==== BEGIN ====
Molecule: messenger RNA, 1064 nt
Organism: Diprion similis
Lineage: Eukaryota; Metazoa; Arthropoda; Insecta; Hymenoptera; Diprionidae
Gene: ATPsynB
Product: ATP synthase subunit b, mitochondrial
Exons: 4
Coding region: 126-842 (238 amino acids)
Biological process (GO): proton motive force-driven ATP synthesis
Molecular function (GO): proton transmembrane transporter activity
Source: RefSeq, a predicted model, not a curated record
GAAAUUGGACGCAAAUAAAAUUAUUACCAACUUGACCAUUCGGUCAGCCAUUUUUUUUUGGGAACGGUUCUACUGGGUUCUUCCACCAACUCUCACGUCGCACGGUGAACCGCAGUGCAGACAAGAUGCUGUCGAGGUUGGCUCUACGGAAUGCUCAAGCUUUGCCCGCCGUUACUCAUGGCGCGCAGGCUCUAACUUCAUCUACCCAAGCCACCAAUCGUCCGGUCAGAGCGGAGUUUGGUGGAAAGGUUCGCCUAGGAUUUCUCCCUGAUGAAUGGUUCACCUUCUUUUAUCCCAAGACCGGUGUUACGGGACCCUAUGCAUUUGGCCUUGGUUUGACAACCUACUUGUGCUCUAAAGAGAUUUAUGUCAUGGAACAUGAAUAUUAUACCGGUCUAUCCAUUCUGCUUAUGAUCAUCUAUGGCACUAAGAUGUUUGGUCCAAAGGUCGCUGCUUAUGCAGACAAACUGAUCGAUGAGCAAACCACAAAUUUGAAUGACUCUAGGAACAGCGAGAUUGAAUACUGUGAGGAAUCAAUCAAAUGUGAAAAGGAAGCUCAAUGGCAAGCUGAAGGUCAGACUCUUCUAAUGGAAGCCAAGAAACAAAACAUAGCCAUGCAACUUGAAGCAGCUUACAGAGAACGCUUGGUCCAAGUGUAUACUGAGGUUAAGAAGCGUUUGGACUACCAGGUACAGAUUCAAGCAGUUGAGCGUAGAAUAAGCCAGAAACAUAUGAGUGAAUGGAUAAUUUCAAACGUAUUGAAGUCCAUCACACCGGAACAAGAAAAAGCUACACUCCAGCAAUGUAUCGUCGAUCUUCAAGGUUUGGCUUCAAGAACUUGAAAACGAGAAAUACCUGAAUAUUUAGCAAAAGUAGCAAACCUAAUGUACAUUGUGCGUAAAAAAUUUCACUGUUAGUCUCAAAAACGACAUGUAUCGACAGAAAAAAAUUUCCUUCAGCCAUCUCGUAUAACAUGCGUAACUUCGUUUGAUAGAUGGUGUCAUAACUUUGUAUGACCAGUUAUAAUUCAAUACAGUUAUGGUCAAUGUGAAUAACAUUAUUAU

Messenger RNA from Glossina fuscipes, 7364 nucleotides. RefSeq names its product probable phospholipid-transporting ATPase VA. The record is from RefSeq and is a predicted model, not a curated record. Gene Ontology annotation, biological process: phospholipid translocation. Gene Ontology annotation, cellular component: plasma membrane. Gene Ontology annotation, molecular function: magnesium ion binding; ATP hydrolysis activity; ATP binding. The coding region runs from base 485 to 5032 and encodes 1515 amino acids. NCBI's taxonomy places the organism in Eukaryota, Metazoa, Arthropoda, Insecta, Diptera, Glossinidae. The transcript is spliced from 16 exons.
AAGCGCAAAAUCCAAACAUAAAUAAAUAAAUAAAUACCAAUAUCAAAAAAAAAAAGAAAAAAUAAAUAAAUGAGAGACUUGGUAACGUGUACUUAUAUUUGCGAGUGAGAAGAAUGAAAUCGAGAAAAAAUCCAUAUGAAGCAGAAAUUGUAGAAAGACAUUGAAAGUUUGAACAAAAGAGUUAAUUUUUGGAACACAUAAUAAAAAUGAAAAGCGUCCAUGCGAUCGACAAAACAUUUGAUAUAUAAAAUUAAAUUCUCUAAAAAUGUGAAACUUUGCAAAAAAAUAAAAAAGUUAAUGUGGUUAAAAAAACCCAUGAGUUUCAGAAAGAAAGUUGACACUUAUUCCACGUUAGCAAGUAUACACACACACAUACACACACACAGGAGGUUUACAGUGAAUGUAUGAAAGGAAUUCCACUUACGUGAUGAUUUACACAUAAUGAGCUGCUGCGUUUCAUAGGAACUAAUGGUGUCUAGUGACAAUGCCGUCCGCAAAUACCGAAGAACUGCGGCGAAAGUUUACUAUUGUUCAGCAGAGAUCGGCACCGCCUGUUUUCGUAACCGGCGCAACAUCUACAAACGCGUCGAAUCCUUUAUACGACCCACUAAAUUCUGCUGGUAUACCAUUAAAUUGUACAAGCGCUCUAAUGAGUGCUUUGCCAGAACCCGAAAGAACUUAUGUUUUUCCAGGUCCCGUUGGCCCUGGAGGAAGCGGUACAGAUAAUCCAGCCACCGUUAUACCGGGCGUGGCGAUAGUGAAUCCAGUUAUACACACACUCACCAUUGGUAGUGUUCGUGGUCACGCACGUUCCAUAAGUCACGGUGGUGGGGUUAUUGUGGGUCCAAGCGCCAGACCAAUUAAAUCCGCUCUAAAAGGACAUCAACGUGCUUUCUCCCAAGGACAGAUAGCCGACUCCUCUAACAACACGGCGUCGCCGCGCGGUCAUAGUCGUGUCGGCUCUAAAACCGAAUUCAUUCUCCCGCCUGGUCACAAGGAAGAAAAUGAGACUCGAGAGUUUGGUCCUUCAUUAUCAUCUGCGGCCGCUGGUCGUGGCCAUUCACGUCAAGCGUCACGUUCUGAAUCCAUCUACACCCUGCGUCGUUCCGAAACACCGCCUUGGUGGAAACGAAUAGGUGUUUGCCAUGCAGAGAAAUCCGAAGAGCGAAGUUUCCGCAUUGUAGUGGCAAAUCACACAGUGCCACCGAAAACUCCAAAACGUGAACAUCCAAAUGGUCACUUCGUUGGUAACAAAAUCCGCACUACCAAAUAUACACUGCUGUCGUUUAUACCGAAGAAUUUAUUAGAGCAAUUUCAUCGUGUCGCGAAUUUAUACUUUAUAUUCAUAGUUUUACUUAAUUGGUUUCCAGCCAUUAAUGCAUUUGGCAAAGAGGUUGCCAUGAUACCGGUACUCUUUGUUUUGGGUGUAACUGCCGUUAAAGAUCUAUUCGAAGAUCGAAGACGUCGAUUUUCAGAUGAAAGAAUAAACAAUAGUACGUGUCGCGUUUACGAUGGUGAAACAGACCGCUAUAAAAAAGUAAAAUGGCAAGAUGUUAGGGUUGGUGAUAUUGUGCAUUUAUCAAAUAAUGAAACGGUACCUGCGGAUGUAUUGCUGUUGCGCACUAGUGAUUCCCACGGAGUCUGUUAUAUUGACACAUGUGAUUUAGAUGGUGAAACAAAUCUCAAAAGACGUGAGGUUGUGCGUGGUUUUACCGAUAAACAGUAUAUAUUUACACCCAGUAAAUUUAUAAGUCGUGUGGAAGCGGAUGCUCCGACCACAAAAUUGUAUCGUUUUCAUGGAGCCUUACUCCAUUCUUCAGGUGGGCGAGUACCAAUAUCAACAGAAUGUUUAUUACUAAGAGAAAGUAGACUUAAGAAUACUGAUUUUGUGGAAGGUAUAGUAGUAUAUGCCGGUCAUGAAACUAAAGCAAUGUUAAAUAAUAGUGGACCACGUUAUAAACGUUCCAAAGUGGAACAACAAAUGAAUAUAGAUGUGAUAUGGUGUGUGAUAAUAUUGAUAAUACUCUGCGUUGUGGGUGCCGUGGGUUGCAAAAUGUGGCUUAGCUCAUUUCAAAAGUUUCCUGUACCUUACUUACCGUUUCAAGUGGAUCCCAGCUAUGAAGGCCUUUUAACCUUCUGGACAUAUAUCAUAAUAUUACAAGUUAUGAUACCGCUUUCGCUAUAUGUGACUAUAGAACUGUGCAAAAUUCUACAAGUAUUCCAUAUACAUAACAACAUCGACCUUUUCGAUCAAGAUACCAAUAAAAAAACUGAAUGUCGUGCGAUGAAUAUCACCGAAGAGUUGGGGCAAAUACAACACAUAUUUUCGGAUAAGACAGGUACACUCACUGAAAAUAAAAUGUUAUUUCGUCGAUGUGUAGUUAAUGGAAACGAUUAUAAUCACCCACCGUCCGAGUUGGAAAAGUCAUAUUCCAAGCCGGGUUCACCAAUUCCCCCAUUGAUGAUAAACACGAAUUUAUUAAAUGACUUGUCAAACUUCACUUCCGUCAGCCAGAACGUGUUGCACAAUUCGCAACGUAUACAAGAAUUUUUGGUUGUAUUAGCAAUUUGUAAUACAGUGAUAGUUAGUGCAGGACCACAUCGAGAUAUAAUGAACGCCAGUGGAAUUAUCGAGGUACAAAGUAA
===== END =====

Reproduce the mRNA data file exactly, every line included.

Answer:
Molecule: messenger RNA, 1064 nt
Organism: Diprion similis
Lineage: Eukaryota; Metazoa; Arthropoda; Insecta; Hymenoptera; Diprionidae
Gene: ATPsynB
Product: ATP synthase subunit b, mitochondrial
Exons: 4
Coding region: 126-842 (238 amino acids)
Biological process (GO): proton motive force-driven ATP synthesis
Molecular function (GO): proton transmembrane transporter activity
Source: RefSeq, a predicted model, not a curated record
GAAAUUGGACGCAAAUAAAAUUAUUACCAACUUGACCAUUCGGUCAGCCAUUUUUUUUUGGGAACGGUUCUACUGGGUUCUUCCACCAACUCUCACGUCGCACGGUGAACCGCAGUGCAGACAAGAUGCUGUCGAGGUUGGCUCUACGGAAUGCUCAAGCUUUGCCCGCCGUUACUCAUGGCGCGCAGGCUCUAACUUCAUCUACCCAAGCCACCAAUCGUCCGGUCAGAGCGGAGUUUGGUGGAAAGGUUCGCCUAGGAUUUCUCCCUGAUGAAUGGUUCACCUUCUUUUAUCCCAAGACCGGUGUUACGGGACCCUAUGCAUUUGGCCUUGGUUUGACAACCUACUUGUGCUCUAAAGAGAUUUAUGUCAUGGAACAUGAAUAUUAUACCGGUCUAUCCAUUCUGCUUAUGAUCAUCUAUGGCACUAAGAUGUUUGGUCCAAAGGUCGCUGCUUAUGCAGACAAACUGAUCGAUGAGCAAACCACAAAUUUGAAUGACUCUAGGAACAGCGAGAUUGAAUACUGUGAGGAAUCAAUCAAAUGUGAAAAGGAAGCUCAAUGGCAAGCUGAAGGUCAGACUCUUCUAAUGGAAGCCAAGAAACAAAACAUAGCCAUGCAACUUGAAGCAGCUUACAGAGAACGCUUGGUCCAAGUGUAUACUGAGGUUAAGAAGCGUUUGGACUACCAGGUACAGAUUCAAGCAGUUGAGCGUAGAAUAAGCCAGAAACAUAUGAGUGAAUGGAUAAUUUCAAACGUAUUGAAGUCCAUCACACCGGAACAAGAAAAAGCUACACUCCAGCAAUGUAUCGUCGAUCUUCAAGGUUUGGCUUCAAGAACUUGAAAACGAGAAAUACCUGAAUAUUUAGCAAAAGUAGCAAACCUAAUGUACAUUGUGCGUAAAAAAUUUCACUGUUAGUCUCAAAAACGACAUGUAUCGACAGAAAAAAAUUUCCUUCAGCCAUCUCGUAUAACAUGCGUAACUUCGUUUGAUAGAUGGUGUCAUAACUUUGUAUGACCAGUUAUAAUUCAAUACAGUUAUGGUCAAUGUGAAUAACAUUAUUAU

Messenger RNA from Glossina fuscipes, 7364 nucleotides. RefSeq names its product probable phospholipid-transporting ATPase VA. The record is from RefSeq and is a predicted model, not a curated record. Gene Ontology annotation, biological process: phospholipid translocation. Gene Ontology annotation, cellular component: plasma membrane. Gene Ontology annotation, molecular function: magnesium ion binding; ATP hydrolysis activity; ATP binding. The coding region runs from base 485 to 5032 and encodes 1515 amino acids. NCBI's taxonomy places the organism in Eukaryota, Metazoa, Arthropoda, Insecta, Diptera, Glossinidae. The transcript is spliced from 16 exons.
AAGCGCAAAAUCCAAACAUAAAUAAAUAAAUAAAUACCAAUAUCAAAAAAAAAAAGAAAAAAUAAAUAAAUGAGAGACUUGGUAACGUGUACUUAUAUUUGCGAGUGAGAAGAAUGAAAUCGAGAAAAAAUCCAUAUGAAGCAGAAAUUGUAGAAAGACAUUGAAAGUUUGAACAAAAGAGUUAAUUUUUGGAACACAUAAUAAAAAUGAAAAGCGUCCAUGCGAUCGACAAAACAUUUGAUAUAUAAAAUUAAAUUCUCUAAAAAUGUGAAACUUUGCAAAAAAAUAAAAAAGUUAAUGUGGUUAAAAAAACCCAUGAGUUUCAGAAAGAAAGUUGACACUUAUUCCACGUUAGCAAGUAUACACACACACAUACACACACACAGGAGGUUUACAGUGAAUGUAUGAAAGGAAUUCCACUUACGUGAUGAUUUACACAUAAUGAGCUGCUGCGUUUCAUAGGAACUAAUGGUGUCUAGUGACAAUGCCGUCCGCAAAUACCGAAGAACUGCGGCGAAAGUUUACUAUUGUUCAGCAGAGAUCGGCACCGCCUGUUUUCGUAACCGGCGCAACAUCUACAAACGCGUCGAAUCCUUUAUACGACCCACUAAAUUCUGCUGGUAUACCAUUAAAUUGUACAAGCGCUCUAAUGAGUGCUUUGCCAGAACCCGAAAGAACUUAUGUUUUUCCAGGUCCCGUUGGCCCUGGAGGAAGCGGUACAGAUAAUCCAGCCACCGUUAUACCGGGCGUGGCGAUAGUGAAUCCAGUUAUACACACACUCACCAUUGGUAGUGUUCGUGGUCACGCACGUUCCAUAAGUCACGGUGGUGGGGUUAUUGUGGGUCCAAGCGCCAGACCAAUUAAAUCCGCUCUAAAAGGACAUCAACGUGCUUUCUCCCAAGGACAGAUAGCCGACUCCUCUAACAACACGGCGUCGCCGCGCGGUCAUAGUCGUGUCGGCUCUAAAACCGAAUUCAUUCUCCCGCCUGGUCACAAGGAAGAAAAUGAGACUCGAGAGUUUGGUCCUUCAUUAUCAUCUGCGGCCGCUGGUCGUGGCCAUUCACGUCAAGCGUCACGUUCUGAAUCCAUCUACACCCUGCGUCGUUCCGAAACACCGCCUUGGUGGAAACGAAUAGGUGUUUGCCAUGCAGAGAAAUCCGAAGAGCGAAGUUUCCGCAUUGUAGUGGCAAAUCACACAGUGCCACCGAAAACUCCAAAACGUGAACAUCCAAAUGGUCACUUCGUUGGUAACAAAAUCCGCACUACCAAAUAUACACUGCUGUCGUUUAUACCGAAGAAUUUAUUAGAGCAAUUUCAUCGUGUCGCGAAUUUAUACUUUAUAUUCAUAGUUUUACUUAAUUGGUUUCCAGCCAUUAAUGCAUUUGGCAAAGAGGUUGCCAUGAUACCGGUACUCUUUGUUUUGGGUGUAACUGCCGUUAAAGAUCUAUUCGAAGAUCGAAGACGUCGAUUUUCAGAUGAAAGAAUAAACAAUAGUACGUGUCGCGUUUACGAUGGUGAAACAGACCGCUAUAAAAAAGUAAAAUGGCAAGAUGUUAGGGUUGGUGAUAUUGUGCAUUUAUCAAAUAAUGAAACGGUACCUGCGGAUGUAUUGCUGUUGCGCACUAGUGAUUCCCACGGAGUCUGUUAUAUUGACACAUGUGAUUUAGAUGGUGAAACAAAUCUCAAAAGACGUGAGGUUGUGCGUGGUUUUACCGAUAAACAGUAUAUAUUUACACCCAGUAAAUUUAUAAGUCGUGUGGAAGCGGAUGCUCCGACCACAAAAUUGUAUCGUUUUCAUGGAGCCUUACUCCAUUCUUCAGGUGGGCGAGUACCAAUAUCAACAGAAUGUUUAUUACUAAGAGAAAGUAGACUUAAGAAUACUGAUUUUGUGGAAGGUAUAGUAGUAUAUGCCGGUCAUGAAACUAAAGCAAUGUUAAAUAAUAGUGGACCACGUUAUAAACGUUCCAAAGUGGAACAACAAAUGAAUAUAGAUGUGAUAUGGUGUGUGAUAAUAUUGAUAAUACUCUGCGUUGUGGGUGCCGUGGGUUGCAAAAUGUGGCUUAGCUCAUUUCAAAAGUUUCCUGUACCUUACUUACCGUUUCAAGUGGAUCCCAGCUAUGAAGGCCUUUUAACCUUCUGGACAUAUAUCAUAAUAUUACAAGUUAUGAUACCGCUUUCGCUAUAUGUGACUAUAGAACUGUGCAAAAUUCUACAAGUAUUCCAUAUACAUAACAACAUCGACCUUUUCGAUCAAGAUACCAAUAAAAAAACUGAAUGUCGUGCGAUGAAUAUCACCGAAGAGUUGGGGCAAAUACAACACAUAUUUUCGGAUAAGACAGGUACACUCACUGAAAAUAAAAUGUUAUUUCGUCGAUGUGUAGUUAAUGGAAACGAUUAUAAUCACCCACCGUCCGAGUUGGAAAAGUCAUAUUCCAAGCCGGGUUCACCAAUUCCCCCAUUGAUGAUAAACACGAAUUUAUUAAAUGACUUGUCAAACUUCACUUCCGUCAGCCAGAACGUGUUGCACAAUUCGCAACGUAUACAAGAAUUUUUGGUUGUAUUAGCAAUUUGUAAUACAGUGAUAGUUAGUGCAGGACCACAUCGAGAUAUAAUGAACGCCAGUGGAAUUAUCGAGGUACAAAGUAA